ROAD TO RECOVERY: Harrison McGuire is lucky to be alive after breaking his neck in a bicycle accident.
ROAD TO RECOVERY: Harrison McGuire is lucky to be alive after breaking his neck in a bicycle accident. Jennifer McGuire

'It's normally an injury that you die of in a car crash'

A GOOD helmet, a mobile phone and the quick thinking of three boys saved 12-year-old Harrison McGuire's life two weeks ago.

Harrison's mother Jen McGuire said her son broke his neck after falling off his bicycle on September 4.

"Harry was with his twin brother Frazer and two friends riding on an abandoned construction site in Telina," she said.

"His bike ran into loose gravel and he fell off, landing directly on top of his head."

Harrison had a sustained an injury specialists in the orthopaedic spinal unit at The Lady Cilento Children's Hospital said they had never seen in a child before.

"He had clean broken the C2 bone in his neck," Mrs McGuire said.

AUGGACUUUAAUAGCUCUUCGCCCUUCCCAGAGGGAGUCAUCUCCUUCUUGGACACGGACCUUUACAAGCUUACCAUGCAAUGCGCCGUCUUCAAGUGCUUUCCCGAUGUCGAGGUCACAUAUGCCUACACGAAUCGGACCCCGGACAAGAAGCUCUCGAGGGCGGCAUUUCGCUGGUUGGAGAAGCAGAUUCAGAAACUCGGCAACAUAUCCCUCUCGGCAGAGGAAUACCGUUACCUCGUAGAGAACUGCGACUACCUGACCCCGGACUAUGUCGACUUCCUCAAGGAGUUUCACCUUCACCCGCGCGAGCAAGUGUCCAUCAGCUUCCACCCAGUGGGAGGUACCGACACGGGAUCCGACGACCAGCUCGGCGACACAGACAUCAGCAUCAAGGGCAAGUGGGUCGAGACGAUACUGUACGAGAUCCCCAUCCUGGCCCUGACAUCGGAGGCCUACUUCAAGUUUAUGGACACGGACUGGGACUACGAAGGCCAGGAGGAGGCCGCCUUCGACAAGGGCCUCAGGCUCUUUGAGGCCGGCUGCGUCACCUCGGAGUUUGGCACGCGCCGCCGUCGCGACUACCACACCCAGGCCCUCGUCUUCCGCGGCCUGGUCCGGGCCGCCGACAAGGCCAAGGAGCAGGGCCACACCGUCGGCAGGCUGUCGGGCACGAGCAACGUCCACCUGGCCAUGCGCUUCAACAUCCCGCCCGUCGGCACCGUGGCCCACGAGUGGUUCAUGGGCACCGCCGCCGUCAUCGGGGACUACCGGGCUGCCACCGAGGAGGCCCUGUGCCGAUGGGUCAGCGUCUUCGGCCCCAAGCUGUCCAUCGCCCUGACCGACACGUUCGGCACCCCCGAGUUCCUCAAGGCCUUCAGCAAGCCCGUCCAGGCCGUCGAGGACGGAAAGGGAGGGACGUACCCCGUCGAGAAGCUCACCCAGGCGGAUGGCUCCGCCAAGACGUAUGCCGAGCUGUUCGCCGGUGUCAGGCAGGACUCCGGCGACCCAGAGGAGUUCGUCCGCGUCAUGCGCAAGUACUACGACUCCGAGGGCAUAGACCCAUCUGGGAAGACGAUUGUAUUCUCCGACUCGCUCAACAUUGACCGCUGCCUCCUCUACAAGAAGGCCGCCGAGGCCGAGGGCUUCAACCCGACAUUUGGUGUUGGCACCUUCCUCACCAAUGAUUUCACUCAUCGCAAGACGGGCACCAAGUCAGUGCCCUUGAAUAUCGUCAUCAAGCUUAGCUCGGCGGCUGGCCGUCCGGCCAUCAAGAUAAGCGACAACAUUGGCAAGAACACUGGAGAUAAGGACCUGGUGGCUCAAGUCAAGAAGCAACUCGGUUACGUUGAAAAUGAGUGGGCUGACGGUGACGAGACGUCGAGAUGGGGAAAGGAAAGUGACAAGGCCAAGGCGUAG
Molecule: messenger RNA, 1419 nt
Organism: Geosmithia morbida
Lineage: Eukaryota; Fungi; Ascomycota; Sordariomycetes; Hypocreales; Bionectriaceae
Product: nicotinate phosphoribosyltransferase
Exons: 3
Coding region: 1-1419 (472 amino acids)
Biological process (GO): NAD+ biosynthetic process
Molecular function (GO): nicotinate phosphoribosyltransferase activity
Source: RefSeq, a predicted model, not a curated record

"It's normally an adult injury that you die of in a car crash."

It was what happened next that saved her son's life.

"He was so brave, he knew he'd broken his neck and thought he was going to die," she said.

"As blood filled his neck, Frazer, Harrison's twin brother, rang his sisters, who called an ambulance while his two mates told him to lie still and used their water bottles to rinse off the blood from his cuts."

 

Harrison McGuire at this year's HookUp fishing competition
Harrison McGuire at this year's HookUp fishing competition Jen McGuire

Harrison was taken to Gladstone Hospital.

"The doctors at the Gladstone Hospital were great, but they didn't have the specialists and drugs needed to treat this sort of injury.

"When the specialists in Brisbane saw the gravity of the injury they immediately sent up a specialised retrieval team on a Royal Flying Doctors plane."

Within hours Harrison was at The Lady Cilento Children's Hospital where a team of orthopaedic surgeons were standing by.

"They did an MRI and immediately ordered a Halo Brace to stabilise him," Mrs McGuire said.

"There's only one in Australia."

Harrison's entire body had pins and needles and there was a very real danger he could choke on his own spit.

"Once they told him he wasn't going to die and how much movement he had and they told him he would walk again, he was relieved," she said.

"We've got a long way to go though."



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